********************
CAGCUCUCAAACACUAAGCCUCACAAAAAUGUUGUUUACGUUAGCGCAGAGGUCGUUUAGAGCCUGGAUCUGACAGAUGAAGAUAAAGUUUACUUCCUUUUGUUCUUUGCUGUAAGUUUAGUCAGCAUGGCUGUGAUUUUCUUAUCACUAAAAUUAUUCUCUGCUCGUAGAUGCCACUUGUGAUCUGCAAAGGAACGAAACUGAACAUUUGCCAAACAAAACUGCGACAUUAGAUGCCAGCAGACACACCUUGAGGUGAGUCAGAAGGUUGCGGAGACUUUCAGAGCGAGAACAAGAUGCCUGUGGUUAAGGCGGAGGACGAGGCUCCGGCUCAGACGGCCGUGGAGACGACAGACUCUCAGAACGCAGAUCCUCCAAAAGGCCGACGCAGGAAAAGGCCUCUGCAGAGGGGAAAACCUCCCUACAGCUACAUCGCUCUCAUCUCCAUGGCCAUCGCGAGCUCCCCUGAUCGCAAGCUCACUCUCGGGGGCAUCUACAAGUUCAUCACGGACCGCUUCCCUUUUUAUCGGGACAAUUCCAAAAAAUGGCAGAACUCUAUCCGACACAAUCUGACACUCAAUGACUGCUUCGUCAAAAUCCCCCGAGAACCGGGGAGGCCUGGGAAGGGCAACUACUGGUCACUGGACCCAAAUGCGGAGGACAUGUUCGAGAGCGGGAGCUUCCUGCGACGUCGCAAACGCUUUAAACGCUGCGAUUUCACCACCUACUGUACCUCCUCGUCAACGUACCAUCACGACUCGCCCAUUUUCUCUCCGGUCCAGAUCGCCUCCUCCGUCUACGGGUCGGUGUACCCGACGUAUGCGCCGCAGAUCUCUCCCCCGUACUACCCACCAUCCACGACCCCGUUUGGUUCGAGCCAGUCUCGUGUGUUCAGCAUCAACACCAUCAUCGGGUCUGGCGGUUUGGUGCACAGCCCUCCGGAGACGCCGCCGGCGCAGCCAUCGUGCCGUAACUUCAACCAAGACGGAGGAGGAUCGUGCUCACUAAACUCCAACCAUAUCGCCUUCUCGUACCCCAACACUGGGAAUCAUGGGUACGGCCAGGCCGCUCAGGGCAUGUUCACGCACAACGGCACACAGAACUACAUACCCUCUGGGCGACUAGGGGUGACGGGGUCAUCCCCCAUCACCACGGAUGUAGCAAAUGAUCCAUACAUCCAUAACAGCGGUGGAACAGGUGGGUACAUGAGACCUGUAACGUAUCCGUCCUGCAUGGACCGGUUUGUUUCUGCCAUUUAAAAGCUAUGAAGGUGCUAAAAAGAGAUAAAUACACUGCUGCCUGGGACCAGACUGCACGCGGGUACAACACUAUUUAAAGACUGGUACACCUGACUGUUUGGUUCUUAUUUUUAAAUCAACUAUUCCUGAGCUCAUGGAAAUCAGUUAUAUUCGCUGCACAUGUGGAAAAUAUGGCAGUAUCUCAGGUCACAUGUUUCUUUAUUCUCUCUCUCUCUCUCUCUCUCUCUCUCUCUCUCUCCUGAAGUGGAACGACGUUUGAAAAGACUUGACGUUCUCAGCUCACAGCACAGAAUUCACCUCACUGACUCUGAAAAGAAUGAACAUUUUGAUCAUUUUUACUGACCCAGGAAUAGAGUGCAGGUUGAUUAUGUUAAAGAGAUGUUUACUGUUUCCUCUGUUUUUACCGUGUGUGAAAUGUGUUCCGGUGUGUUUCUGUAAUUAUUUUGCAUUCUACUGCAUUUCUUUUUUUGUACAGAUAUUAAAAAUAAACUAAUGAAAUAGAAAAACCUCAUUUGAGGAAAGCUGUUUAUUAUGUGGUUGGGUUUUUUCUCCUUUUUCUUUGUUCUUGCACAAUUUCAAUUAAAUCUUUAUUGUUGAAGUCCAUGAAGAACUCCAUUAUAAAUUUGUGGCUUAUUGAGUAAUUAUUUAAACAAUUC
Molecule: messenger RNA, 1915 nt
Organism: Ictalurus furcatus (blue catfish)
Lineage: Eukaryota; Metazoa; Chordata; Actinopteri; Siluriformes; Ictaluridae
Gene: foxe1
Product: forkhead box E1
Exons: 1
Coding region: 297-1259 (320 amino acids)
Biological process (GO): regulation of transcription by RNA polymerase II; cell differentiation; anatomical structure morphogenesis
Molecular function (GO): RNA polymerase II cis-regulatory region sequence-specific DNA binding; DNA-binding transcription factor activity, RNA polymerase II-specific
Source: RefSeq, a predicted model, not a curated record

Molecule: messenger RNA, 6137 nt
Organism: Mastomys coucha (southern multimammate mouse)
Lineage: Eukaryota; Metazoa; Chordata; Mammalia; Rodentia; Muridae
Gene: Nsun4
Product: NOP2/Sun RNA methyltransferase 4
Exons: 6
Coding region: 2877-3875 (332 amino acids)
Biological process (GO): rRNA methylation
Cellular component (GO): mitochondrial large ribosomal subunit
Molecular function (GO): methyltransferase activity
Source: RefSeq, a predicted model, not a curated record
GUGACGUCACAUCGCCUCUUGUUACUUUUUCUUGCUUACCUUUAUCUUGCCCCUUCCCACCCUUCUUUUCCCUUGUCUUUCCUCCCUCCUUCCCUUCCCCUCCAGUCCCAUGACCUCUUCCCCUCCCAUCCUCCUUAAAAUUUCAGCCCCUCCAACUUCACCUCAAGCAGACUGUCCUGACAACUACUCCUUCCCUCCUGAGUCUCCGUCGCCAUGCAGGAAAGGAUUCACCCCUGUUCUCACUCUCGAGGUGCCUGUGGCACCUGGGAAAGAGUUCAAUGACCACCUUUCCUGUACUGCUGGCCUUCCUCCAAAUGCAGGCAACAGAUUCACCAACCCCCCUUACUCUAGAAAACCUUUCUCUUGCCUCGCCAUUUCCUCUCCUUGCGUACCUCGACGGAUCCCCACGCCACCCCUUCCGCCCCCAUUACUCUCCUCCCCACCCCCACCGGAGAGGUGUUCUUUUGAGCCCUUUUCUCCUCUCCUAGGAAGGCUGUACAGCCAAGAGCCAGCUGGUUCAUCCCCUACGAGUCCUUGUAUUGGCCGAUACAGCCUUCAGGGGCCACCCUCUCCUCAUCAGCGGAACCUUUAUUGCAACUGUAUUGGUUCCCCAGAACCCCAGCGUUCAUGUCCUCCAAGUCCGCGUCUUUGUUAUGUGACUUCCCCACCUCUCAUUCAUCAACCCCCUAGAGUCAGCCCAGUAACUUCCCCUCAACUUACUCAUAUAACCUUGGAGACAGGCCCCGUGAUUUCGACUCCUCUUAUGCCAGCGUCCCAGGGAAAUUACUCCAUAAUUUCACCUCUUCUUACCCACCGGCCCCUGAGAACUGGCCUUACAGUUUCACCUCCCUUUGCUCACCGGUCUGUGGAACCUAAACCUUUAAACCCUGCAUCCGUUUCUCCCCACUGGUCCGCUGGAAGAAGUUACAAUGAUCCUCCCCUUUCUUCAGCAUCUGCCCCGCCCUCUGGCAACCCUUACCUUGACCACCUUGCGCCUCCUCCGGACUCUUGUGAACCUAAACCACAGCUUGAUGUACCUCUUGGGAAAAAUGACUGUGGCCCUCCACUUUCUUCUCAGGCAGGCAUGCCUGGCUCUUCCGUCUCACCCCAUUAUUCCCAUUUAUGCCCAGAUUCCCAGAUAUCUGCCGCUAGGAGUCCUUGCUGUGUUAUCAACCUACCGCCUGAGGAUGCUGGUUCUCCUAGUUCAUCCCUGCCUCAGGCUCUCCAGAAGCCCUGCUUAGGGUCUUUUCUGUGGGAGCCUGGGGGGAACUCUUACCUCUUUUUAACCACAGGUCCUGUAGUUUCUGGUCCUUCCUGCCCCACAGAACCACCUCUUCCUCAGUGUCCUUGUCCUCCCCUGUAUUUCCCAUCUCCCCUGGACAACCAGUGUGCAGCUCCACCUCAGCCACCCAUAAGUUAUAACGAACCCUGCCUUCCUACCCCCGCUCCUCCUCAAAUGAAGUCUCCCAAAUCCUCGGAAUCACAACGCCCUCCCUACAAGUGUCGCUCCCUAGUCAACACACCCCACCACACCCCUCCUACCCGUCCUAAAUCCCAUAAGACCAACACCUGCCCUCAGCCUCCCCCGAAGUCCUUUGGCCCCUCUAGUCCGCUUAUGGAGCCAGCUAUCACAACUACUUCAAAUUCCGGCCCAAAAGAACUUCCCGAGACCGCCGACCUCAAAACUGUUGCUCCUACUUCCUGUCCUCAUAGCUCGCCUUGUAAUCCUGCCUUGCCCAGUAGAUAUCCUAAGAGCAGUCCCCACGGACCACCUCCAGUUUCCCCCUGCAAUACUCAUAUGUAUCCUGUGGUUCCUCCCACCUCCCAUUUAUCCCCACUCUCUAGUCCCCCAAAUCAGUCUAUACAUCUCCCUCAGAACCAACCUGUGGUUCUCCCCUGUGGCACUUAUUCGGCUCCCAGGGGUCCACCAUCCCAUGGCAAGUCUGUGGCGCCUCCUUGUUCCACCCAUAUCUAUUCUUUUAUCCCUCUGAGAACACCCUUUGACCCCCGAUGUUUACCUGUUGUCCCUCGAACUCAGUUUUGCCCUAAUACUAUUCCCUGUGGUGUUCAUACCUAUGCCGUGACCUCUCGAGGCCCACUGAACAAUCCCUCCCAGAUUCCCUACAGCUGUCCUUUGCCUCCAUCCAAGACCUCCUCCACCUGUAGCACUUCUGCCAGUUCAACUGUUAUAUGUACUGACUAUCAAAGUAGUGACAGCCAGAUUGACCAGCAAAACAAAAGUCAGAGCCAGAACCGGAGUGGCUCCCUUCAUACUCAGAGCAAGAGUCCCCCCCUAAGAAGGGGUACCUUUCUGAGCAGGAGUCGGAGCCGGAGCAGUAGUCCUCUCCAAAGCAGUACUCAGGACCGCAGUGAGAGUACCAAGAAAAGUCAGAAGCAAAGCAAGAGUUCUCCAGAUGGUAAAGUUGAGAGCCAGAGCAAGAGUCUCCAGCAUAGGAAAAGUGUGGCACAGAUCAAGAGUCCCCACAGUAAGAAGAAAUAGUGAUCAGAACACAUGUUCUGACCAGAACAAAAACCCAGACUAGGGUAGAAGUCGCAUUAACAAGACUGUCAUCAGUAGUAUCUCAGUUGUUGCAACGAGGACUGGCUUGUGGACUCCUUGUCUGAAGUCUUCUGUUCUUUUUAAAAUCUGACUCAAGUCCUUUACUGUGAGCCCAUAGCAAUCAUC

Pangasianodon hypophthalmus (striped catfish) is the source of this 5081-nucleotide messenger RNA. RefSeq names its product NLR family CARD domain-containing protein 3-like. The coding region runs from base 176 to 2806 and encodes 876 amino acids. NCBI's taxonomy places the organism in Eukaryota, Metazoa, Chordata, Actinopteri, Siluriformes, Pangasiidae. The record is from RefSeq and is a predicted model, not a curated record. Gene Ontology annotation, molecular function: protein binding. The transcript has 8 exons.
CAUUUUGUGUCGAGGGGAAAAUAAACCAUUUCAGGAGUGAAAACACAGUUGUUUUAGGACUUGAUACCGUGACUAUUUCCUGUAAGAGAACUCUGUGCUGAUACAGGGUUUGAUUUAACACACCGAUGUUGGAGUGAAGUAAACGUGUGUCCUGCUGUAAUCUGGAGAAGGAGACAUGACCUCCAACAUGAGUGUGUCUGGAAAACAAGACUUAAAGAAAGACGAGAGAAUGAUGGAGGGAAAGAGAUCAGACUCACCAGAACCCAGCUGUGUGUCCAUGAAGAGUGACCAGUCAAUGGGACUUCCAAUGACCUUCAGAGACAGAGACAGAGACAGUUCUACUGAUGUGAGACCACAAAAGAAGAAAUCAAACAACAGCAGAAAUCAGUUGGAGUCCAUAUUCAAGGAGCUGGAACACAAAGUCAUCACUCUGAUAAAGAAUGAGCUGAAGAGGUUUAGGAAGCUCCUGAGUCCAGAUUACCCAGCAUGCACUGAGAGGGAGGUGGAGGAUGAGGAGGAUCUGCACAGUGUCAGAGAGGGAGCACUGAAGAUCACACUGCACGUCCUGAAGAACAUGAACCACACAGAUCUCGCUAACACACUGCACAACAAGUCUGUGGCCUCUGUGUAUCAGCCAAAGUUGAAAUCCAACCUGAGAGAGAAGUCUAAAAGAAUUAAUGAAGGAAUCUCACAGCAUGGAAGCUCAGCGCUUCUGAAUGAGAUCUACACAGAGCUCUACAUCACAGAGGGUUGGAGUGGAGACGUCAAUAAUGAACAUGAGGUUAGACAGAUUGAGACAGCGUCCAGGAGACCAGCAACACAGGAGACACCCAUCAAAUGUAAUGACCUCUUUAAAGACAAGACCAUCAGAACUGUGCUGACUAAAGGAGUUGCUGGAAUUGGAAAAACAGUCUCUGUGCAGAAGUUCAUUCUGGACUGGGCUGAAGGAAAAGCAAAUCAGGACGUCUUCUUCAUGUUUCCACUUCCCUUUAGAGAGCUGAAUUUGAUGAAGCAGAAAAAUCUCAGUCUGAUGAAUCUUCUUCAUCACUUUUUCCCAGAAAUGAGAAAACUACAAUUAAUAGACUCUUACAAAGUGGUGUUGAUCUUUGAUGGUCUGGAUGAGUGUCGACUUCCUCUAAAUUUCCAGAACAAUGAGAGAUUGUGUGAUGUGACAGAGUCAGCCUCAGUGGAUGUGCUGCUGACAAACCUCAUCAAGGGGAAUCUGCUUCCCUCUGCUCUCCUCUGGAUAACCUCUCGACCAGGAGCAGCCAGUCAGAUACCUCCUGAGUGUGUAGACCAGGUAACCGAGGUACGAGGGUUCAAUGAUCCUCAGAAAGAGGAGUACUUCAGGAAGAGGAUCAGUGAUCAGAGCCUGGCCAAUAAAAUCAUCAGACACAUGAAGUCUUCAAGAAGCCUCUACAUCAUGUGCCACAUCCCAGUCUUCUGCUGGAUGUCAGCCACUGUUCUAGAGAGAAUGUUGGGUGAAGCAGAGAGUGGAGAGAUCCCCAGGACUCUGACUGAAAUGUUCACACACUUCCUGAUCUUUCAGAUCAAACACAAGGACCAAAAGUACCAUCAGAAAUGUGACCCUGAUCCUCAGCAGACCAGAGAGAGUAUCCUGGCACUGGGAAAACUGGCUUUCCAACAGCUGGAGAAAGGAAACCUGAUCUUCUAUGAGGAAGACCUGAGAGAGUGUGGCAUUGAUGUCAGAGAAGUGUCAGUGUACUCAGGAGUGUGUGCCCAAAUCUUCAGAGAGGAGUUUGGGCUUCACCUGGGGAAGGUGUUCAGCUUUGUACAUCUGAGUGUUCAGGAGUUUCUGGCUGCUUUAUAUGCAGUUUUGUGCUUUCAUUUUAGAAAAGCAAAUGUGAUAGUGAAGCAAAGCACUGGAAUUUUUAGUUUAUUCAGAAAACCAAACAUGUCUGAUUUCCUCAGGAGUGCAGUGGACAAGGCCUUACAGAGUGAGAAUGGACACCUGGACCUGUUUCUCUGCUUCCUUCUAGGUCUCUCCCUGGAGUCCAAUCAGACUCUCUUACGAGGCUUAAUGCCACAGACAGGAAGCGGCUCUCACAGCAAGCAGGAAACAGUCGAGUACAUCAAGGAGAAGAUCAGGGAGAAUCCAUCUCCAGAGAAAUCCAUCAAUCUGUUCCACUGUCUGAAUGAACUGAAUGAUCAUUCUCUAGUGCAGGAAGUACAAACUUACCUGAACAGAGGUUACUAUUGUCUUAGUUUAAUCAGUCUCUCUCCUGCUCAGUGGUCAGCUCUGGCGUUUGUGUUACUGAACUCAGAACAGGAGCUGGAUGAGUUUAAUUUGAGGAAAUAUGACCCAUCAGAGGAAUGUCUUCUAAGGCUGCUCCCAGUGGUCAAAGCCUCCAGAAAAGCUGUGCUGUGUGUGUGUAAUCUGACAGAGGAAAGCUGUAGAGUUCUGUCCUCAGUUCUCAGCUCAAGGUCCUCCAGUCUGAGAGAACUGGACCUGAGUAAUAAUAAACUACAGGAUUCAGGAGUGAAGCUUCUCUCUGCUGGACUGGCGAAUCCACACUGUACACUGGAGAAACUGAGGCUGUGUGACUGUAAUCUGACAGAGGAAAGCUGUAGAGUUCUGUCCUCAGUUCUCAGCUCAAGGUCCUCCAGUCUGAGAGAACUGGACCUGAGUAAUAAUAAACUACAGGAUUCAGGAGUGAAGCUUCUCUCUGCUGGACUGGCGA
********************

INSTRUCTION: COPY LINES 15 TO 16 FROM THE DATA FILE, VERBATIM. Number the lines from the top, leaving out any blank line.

Gene: Nsun4
Product: NOP2/Sun RNA methyltransferase 4